Marie de Courtenay (fl. 1215)

Updated About encyclopedia.com content Print Article Share Article
views updated

Marie de Courtenay (fl. 1215)

Empress of Byzantium . Name variations: Marie or Mary of Courtenay; daughter of Yolande of Courtenay (d. 1219) and Pierre II also known as Peter II of Courtenay, emperor of Constantinople; third wife of Theodore I Lascaris, Byzantine emperor (r. 1204–1222); no children.

Marie de Courtenay, the third wife of Theodore I Lascaris, was a pawn in her husband's political career. Following the death of the first empress Anna Angelina , and his divorce from his second wife, Philippa of Lesser Armenia , Theodore was eager to end hostilities with Constantinople, which at the time was ruled by empress Yolande of Courtenay . He convinced Yolande to allow him to marry her young daughter Marie de Courtenay, believing, no doubt, that any male offspring from the union might heal the breach between the rival imperial lines. As it turned out, however, the couple had no children, and upon Theodore's death, the throne went to his daughter by Anna Angelina, Irene Lascaris , who ruled with her husband John III Ducas Vatatzes.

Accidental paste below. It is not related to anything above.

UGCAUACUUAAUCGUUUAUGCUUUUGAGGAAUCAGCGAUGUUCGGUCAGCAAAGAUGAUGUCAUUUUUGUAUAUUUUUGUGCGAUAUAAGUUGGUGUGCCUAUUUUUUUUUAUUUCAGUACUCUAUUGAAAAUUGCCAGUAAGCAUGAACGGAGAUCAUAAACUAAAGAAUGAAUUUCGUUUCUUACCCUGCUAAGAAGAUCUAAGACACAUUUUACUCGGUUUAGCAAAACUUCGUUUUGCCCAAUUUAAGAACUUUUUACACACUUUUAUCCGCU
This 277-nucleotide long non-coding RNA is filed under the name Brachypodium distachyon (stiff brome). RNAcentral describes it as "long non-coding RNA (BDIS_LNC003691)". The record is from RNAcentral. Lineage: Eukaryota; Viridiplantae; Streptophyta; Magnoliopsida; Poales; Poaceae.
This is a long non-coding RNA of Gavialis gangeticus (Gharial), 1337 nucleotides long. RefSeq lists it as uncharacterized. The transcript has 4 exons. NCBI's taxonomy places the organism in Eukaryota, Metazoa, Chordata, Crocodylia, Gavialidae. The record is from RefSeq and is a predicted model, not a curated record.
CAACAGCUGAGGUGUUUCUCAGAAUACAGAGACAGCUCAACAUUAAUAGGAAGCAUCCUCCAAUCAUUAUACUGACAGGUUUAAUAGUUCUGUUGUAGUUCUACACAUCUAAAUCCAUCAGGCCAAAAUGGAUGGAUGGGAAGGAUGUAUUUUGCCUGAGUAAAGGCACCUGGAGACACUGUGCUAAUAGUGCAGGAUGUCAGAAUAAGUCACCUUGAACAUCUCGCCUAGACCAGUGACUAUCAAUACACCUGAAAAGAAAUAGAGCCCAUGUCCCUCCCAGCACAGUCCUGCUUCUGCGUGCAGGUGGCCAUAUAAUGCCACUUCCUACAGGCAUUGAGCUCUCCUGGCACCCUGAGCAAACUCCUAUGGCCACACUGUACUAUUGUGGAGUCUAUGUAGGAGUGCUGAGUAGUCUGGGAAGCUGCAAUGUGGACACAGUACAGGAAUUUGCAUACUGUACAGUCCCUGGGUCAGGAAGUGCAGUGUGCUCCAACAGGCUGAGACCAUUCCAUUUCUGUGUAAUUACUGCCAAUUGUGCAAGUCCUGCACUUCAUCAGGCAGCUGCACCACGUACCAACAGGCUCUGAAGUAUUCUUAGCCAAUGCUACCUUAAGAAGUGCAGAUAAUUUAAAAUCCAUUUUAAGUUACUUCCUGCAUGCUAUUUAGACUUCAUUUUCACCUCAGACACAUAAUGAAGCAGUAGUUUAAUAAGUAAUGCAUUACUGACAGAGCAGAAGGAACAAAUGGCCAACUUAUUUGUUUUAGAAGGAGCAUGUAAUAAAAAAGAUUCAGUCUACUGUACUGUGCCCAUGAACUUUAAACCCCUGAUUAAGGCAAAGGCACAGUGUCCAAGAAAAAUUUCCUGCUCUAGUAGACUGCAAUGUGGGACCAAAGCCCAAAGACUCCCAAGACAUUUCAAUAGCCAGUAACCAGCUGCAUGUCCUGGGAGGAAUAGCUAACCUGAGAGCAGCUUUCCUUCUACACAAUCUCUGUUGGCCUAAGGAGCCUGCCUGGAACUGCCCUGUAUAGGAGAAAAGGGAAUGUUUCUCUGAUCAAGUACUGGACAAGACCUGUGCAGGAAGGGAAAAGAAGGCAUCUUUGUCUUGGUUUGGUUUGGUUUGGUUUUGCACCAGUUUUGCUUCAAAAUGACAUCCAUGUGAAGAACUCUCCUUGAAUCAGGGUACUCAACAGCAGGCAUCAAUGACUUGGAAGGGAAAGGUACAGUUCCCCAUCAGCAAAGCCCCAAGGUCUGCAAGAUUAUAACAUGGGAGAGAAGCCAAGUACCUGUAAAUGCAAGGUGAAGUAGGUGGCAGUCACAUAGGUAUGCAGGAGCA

sources:

Head, Constance. Imperial Byzantine Portraits. New Rochelle, NY: Caratzas Brothers, 1982.